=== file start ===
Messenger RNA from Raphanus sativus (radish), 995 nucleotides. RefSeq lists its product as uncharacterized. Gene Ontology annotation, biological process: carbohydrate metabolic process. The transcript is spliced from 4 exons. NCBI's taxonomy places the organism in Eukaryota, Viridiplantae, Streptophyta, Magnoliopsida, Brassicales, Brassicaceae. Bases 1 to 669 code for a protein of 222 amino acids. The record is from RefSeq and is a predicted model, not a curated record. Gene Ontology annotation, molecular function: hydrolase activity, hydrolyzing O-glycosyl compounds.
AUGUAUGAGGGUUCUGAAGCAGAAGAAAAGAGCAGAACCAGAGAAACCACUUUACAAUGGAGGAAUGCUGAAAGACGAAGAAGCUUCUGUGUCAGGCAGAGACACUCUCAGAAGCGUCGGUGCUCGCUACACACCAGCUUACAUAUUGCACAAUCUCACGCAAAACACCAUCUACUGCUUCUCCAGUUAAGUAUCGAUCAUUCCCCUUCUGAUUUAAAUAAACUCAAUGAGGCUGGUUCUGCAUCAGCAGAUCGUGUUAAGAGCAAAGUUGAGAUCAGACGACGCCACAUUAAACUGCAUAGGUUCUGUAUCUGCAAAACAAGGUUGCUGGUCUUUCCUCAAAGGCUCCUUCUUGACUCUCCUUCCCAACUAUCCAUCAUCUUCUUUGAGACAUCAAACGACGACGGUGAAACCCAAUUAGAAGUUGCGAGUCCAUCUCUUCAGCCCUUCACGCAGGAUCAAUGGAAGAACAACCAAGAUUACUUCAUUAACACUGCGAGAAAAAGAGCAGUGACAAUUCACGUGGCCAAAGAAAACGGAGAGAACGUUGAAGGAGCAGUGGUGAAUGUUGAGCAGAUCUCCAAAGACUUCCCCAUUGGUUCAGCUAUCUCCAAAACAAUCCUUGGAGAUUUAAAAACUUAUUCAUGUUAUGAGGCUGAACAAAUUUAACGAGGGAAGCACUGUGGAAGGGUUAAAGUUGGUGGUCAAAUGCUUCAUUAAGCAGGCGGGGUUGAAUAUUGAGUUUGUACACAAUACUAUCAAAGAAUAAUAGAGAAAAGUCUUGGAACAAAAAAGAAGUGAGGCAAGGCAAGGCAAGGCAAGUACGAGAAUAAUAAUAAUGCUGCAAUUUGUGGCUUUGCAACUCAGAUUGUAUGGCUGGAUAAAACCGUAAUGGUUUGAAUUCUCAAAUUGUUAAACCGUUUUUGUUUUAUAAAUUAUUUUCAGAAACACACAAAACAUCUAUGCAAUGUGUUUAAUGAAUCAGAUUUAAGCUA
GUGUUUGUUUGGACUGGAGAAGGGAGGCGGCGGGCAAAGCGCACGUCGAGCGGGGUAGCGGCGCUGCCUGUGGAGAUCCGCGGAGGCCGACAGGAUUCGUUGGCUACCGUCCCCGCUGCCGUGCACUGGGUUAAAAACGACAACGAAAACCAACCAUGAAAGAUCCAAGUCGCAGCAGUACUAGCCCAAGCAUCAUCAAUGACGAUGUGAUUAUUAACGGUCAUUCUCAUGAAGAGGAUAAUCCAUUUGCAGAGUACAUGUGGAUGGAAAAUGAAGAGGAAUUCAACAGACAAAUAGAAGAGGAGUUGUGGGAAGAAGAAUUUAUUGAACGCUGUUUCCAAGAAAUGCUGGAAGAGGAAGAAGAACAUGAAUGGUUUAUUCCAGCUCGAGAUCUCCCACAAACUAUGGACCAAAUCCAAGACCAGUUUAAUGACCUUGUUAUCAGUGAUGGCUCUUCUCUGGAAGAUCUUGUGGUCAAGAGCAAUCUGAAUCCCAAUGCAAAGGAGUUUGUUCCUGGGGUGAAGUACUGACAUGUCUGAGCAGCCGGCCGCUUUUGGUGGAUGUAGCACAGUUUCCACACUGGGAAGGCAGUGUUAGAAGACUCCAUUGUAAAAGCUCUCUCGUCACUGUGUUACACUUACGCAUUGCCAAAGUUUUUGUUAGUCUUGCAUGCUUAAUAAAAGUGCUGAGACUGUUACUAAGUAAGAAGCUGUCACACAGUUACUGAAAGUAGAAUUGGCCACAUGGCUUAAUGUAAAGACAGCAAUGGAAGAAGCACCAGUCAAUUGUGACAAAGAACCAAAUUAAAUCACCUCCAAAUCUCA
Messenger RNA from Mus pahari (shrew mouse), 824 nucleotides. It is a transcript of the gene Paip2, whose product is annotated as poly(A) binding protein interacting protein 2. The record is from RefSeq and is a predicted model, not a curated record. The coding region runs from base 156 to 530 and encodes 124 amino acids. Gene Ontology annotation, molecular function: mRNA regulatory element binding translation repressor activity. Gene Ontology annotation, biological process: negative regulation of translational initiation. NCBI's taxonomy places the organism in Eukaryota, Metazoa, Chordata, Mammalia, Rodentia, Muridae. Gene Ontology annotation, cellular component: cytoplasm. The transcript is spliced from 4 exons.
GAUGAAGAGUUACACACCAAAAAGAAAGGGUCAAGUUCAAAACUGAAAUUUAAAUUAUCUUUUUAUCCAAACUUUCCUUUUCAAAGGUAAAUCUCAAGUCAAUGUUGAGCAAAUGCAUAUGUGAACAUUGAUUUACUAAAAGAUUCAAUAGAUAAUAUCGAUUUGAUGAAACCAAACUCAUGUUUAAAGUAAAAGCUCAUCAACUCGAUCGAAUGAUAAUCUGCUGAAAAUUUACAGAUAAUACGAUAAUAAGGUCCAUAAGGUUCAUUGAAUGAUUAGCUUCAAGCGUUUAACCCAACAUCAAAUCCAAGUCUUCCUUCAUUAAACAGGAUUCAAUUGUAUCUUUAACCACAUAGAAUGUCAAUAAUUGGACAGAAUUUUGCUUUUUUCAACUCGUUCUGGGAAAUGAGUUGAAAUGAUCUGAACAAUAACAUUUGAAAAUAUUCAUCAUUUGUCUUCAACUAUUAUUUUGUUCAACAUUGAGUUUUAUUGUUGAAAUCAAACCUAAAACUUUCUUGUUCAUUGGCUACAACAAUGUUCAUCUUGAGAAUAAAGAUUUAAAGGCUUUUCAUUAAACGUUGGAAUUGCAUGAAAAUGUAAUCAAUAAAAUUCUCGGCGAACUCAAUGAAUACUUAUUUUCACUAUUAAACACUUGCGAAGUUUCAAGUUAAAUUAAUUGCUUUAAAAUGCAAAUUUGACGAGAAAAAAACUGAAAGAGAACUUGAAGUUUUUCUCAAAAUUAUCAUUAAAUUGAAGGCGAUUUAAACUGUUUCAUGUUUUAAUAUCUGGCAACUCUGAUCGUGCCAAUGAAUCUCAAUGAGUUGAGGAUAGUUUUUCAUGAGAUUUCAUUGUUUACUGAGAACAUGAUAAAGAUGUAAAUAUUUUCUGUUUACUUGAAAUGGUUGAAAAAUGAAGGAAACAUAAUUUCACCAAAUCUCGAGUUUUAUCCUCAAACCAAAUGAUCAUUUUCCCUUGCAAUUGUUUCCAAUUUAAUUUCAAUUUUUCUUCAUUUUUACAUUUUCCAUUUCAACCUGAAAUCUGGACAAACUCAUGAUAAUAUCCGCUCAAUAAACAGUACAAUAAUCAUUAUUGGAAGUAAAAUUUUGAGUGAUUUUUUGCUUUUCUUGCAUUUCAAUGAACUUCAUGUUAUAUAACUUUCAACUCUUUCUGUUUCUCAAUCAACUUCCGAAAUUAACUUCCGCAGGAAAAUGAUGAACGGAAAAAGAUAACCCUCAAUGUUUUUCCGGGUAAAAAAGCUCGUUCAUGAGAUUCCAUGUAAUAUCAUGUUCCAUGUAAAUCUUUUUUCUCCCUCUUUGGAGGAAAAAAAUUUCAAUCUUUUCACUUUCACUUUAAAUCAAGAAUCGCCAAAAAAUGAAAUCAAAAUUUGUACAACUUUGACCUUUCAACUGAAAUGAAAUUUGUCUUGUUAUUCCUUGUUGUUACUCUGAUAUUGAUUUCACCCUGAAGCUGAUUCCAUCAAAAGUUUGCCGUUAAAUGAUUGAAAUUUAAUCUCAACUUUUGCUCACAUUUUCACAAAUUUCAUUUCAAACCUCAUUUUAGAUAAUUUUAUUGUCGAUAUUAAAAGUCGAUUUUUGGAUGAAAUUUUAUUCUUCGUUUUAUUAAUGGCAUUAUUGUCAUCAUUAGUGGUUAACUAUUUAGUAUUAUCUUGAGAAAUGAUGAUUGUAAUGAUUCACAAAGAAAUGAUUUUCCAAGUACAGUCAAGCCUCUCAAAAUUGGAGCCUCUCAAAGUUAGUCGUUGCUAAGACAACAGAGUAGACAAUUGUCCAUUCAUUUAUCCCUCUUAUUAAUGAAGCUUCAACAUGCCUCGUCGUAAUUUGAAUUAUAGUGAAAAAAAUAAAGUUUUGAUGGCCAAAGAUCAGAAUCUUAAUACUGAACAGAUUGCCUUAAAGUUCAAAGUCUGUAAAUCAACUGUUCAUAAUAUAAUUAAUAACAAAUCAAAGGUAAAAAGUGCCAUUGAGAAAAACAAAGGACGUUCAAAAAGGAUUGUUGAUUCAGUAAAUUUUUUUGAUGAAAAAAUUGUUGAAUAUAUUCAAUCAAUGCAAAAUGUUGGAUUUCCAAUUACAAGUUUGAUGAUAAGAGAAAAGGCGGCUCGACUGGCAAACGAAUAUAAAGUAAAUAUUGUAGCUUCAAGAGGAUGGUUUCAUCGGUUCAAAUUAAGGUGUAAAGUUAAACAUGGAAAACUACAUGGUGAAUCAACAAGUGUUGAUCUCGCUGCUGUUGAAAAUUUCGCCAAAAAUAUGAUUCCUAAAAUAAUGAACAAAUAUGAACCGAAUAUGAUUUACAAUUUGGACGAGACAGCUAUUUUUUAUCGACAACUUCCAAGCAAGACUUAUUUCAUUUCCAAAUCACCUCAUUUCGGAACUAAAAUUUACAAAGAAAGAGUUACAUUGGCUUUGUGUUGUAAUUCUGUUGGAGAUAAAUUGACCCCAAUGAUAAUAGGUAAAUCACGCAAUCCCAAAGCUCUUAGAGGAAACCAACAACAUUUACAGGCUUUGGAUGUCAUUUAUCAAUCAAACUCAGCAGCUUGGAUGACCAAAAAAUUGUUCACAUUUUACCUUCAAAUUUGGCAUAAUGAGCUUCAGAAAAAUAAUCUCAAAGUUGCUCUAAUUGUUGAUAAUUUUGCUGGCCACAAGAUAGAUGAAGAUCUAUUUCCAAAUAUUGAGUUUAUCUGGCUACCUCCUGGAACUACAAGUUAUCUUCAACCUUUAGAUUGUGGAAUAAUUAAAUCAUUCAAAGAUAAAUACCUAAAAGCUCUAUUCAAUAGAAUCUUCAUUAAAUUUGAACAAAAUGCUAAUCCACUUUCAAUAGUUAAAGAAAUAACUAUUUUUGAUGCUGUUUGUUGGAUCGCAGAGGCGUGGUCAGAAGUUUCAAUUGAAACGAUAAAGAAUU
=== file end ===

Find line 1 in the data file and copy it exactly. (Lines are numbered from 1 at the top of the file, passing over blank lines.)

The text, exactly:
Messenger RNA from Raphanus sativus (radish), 995 nucleotides. RefSeq lists its product as uncharacterized. Gene Ontology annotation, biological process: carbohydrate metabolic process. The transcript is spliced from 4 exons. NCBI's taxonomy places the organism in Eukaryota, Viridiplantae, Streptophyta, Magnoliopsida, Brassicales, Brassicaceae. Bases 1 to 669 code for a protein of 222 amino acids. The record is from RefSeq and is a predicted model, not a curated record. Gene Ontology annotation, molecular function: hydrolase activity, hydrolyzing O-glycosyl compounds.